The United States Department of Defense (DOD) is the largest employer in the world with approximately 3.4 million employees. Those employees operate more than four million endpoint devices inside more than 500 cloud initiatives currently underway across the department.
That is a long way of saying the DOD is big, and its challenge to secure those endpoints is even bigger.
The Defense Information Systems Agency has begun creating a solution, the simply named Endpoint Security Solutions (ESS) program, which looks to create an integrated set of capabilities that can “detect, deter, protect and report on cyber threats” across all department networks.
For the DOD to make ESS successful, however, it must consider a new approach to data loss prevention and endpoint security. The widespread adoption of cloud and mobility solutions has redefined the network perimeter, forming a much more complex environment than the one that existed even five years ago.
Moving Away from HBSS
The DOD has been using the Host-Based Security System (HBSS) for more than a decade. This is a suite of commercial-off-the-shelf applications used to protect networks. Where this system struggles, and thus the need to replace it, is the lack of integration among the different components.
While each piece performed its individual job, the parts were not made to work with one another. As a result, there are potential security gaps that could result in unnecessary risk. As the network has shifted to include more mobile and cloud solutions, the security challenge has grown.
As ESS takes root, the DOD needs to incorporate an integrated security platform that extends to the data and application layer, a revision to the department’s traditional defense-in-depth strategy. The department must integrate solutions strategically, ensuring they are interoperable and unified, and work together in a comprehensive, orchestrated manner.
A Change of Thought
The DOD is in the middle of a transition that just about every agency either has faced or soon will. The network today is not static anymore. Employees take and use data that the job requires. That could be at home, a branch office, or in the coffee shop down the street. For the DOD, that often includes hostile locations.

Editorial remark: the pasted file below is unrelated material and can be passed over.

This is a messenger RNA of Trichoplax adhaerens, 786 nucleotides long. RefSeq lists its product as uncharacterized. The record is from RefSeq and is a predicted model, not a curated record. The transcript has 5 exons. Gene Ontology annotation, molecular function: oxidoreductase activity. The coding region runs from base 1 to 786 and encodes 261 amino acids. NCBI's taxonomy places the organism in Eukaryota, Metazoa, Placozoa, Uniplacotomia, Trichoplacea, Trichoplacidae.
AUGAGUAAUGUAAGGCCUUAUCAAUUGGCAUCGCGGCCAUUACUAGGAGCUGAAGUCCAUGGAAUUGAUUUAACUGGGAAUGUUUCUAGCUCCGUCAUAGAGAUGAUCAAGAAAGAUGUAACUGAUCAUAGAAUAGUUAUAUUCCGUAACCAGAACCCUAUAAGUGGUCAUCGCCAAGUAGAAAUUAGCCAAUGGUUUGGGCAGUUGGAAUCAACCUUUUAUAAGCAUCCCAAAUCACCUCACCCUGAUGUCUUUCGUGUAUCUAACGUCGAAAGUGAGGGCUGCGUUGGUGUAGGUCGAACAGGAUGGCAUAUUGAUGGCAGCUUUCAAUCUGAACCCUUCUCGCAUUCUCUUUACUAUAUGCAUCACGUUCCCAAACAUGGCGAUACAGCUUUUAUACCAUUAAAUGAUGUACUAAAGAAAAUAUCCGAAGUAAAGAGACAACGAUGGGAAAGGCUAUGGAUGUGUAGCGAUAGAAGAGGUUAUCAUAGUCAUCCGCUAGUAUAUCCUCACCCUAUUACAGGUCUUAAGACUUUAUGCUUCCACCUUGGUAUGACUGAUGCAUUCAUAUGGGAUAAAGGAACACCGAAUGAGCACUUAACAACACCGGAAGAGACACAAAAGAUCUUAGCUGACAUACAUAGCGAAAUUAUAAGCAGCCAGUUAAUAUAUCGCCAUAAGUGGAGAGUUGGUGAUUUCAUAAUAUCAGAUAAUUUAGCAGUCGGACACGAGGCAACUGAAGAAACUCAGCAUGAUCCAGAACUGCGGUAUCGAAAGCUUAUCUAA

The current constellation of endpoints includes far more than the prototypical desktop computers once found tethered to desks in a government building. Endpoints are nowadays everywhere. In fact, we need to think about data as the new endpoint and modern networks must react as such. The focus needs to be on data protection – where and how data is collected, used, stored, transferred and discarded.
An end-to-end solution will provide visibility into this data lifecycle. These security systems are made up of parts that work together with a focus on interoperability, cohesion and visibility. The goal is simply not to purchase whatever is considered the best-of-breed technology, but look at how that technology truly fits together.
A common analogy is to think of a football team. Put together a team of stars and, even if they are the best at their position, they will struggle against an organized opponent without their own cohesive plan in place.
ESS shows an incredible amount of promise. Once completed, the program will serve as the backbone of defense cyber security for years to come. Defense leaders must look at the complete architecture as they build this system. It is a monumental task to secure more than four million endpoints, but it is one that can be successful with the right approach.
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